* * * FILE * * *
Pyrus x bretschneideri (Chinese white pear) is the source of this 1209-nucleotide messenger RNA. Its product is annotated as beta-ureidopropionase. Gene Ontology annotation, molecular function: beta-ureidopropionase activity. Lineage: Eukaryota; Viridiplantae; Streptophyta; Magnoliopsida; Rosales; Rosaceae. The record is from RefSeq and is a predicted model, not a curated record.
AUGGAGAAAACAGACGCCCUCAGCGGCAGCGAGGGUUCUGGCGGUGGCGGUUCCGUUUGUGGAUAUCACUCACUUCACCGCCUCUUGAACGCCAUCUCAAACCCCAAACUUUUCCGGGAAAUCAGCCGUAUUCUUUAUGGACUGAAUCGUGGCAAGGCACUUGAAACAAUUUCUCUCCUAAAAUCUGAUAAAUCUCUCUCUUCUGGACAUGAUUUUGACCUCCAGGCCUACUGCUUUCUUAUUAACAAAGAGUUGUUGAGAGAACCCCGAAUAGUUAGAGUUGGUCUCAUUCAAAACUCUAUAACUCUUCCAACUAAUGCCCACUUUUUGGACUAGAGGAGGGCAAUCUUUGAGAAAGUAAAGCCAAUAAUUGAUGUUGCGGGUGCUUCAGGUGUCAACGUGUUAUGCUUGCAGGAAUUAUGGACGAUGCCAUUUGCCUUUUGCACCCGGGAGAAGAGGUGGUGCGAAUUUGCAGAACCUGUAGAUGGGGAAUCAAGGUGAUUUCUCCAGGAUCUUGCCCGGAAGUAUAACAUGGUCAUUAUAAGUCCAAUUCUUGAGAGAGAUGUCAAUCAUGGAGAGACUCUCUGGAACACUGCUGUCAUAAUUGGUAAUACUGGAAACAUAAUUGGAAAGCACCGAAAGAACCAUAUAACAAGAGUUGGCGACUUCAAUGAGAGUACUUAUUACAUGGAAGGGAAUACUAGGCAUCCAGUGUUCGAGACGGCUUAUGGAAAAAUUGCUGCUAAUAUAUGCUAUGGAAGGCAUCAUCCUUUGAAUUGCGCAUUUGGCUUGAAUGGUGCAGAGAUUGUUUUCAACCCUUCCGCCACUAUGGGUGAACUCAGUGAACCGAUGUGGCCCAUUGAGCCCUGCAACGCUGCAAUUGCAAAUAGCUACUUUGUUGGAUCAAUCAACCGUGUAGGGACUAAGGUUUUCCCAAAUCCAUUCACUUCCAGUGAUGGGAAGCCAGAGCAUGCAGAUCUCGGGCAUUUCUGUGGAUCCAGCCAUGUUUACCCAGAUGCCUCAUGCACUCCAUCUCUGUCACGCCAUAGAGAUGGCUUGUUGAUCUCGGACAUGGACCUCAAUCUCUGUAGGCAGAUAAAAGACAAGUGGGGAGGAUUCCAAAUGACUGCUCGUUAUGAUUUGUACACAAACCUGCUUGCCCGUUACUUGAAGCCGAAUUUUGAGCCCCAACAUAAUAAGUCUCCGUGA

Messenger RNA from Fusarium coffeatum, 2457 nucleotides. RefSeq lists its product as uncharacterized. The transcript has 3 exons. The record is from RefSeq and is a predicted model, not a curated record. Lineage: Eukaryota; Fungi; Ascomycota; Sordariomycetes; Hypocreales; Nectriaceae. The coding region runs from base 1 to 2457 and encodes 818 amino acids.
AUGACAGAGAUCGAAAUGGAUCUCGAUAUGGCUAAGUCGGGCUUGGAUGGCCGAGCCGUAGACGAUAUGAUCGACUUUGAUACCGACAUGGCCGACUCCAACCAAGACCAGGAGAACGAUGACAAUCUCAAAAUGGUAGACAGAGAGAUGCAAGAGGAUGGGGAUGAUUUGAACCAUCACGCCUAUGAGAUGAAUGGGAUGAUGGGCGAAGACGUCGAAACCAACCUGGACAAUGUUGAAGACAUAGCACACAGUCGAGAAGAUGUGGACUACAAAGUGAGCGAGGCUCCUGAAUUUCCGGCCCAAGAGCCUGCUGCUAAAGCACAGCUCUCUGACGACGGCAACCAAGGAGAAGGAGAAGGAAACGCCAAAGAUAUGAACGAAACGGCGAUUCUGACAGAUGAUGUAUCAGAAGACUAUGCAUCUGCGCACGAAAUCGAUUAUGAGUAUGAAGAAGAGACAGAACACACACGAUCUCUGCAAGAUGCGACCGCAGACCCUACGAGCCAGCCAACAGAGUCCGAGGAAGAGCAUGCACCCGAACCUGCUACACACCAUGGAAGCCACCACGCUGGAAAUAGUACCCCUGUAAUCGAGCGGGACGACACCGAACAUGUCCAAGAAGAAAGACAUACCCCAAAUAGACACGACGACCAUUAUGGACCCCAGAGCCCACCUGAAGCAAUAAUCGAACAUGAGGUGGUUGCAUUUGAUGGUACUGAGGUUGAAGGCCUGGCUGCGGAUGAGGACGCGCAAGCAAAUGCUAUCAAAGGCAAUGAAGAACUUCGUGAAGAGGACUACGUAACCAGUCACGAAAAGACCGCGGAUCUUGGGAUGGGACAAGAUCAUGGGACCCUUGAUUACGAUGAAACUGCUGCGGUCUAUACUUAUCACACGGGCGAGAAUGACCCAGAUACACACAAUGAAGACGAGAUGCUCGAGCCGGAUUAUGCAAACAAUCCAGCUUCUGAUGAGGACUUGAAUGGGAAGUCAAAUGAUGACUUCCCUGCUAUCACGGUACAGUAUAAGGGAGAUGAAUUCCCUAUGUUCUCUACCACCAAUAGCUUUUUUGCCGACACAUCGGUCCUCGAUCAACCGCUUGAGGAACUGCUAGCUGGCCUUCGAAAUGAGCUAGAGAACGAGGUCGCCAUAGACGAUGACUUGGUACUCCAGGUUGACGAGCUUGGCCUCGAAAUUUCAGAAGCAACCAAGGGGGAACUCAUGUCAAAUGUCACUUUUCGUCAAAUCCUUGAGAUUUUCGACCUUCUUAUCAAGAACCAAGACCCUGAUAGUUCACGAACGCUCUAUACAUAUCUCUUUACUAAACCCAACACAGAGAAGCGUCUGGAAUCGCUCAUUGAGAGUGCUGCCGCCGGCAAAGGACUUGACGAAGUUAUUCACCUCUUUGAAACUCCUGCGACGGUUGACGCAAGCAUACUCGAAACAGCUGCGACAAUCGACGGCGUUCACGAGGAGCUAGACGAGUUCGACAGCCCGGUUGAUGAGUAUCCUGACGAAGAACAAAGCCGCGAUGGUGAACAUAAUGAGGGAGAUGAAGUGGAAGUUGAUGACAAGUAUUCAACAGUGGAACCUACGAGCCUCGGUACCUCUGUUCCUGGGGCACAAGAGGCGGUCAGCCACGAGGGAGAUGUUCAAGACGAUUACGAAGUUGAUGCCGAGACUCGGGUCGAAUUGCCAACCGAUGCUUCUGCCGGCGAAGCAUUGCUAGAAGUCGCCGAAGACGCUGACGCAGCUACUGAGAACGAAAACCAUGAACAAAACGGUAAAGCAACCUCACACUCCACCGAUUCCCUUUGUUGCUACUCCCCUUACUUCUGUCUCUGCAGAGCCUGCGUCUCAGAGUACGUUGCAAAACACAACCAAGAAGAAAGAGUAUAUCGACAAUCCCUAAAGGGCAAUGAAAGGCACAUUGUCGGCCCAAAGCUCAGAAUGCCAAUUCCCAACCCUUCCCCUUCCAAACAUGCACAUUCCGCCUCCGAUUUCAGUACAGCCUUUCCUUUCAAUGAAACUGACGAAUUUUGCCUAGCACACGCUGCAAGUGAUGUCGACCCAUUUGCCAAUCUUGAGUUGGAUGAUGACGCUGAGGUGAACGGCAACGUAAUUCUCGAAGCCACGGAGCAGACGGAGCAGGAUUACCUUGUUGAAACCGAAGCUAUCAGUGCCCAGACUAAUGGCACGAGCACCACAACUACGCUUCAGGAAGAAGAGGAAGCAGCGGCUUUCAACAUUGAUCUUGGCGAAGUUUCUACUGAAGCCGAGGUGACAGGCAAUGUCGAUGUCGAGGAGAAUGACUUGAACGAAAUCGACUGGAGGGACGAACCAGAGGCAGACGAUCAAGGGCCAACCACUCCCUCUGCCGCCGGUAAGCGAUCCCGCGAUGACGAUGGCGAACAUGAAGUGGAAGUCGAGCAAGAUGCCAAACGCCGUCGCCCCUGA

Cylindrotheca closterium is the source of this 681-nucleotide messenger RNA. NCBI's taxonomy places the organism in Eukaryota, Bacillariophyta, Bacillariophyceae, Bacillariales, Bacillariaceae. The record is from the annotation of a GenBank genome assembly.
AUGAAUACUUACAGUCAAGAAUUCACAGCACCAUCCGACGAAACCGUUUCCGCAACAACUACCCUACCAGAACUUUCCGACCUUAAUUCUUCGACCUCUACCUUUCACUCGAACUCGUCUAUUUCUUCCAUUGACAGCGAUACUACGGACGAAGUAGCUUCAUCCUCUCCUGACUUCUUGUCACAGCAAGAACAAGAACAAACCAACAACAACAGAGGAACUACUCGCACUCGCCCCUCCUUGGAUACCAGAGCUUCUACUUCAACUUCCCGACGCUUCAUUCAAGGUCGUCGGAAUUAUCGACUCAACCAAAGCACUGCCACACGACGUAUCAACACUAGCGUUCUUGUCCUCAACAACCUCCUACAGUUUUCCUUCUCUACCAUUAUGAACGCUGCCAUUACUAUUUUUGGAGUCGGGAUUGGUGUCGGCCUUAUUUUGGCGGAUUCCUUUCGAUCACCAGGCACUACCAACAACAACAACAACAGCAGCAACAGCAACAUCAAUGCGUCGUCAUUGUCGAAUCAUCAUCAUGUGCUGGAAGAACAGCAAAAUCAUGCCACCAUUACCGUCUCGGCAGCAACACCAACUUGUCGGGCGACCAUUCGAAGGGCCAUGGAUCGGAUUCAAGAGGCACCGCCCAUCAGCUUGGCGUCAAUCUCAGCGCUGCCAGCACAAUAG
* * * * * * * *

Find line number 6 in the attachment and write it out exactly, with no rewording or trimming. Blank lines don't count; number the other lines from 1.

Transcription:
AUGAAUACUUACAGUCAAGAAUUCACAGCACCAUCCGACGAAACCGUUUCCGCAACAACUACCCUACCAGAACUUUCCGACCUUAAUUCUUCGACCUCUACCUUUCACUCGAACUCGUCUAUUUCUUCCAUUGACAGCGAUACUACGGACGAAGUAGCUUCAUCCUCUCCUGACUUCUUGUCACAGCAAGAACAAGAACAAACCAACAACAACAGAGGAACUACUCGCACUCGCCCCUCCUUGGAUACCAGAGCUUCUACUUCAACUUCCCGACGCUUCAUUCAAGGUCGUCGGAAUUAUCGACUCAACCAAAGCACUGCCACACGACGUAUCAACACUAGCGUUCUUGUCCUCAACAACCUCCUACAGUUUUCCUUCUCUACCAUUAUGAACGCUGCCAUUACUAUUUUUGGAGUCGGGAUUGGUGUCGGCCUUAUUUUGGCGGAUUCCUUUCGAUCACCAGGCACUACCAACAACAACAACAACAGCAGCAACAGCAACAUCAAUGCGUCGUCAUUGUCGAAUCAUCAUCAUGUGCUGGAAGAACAGCAAAAUCAUGCCACCAUUACCGUCUCGGCAGCAACACCAACUUGUCGGGCGACCAUUCGAAGGGCCAUGGAUCGGAUUCAAGAGGCACCGCCCAUCAGCUUGGCGUCAAUCUCAGCGCUGCCAGCACAAUAG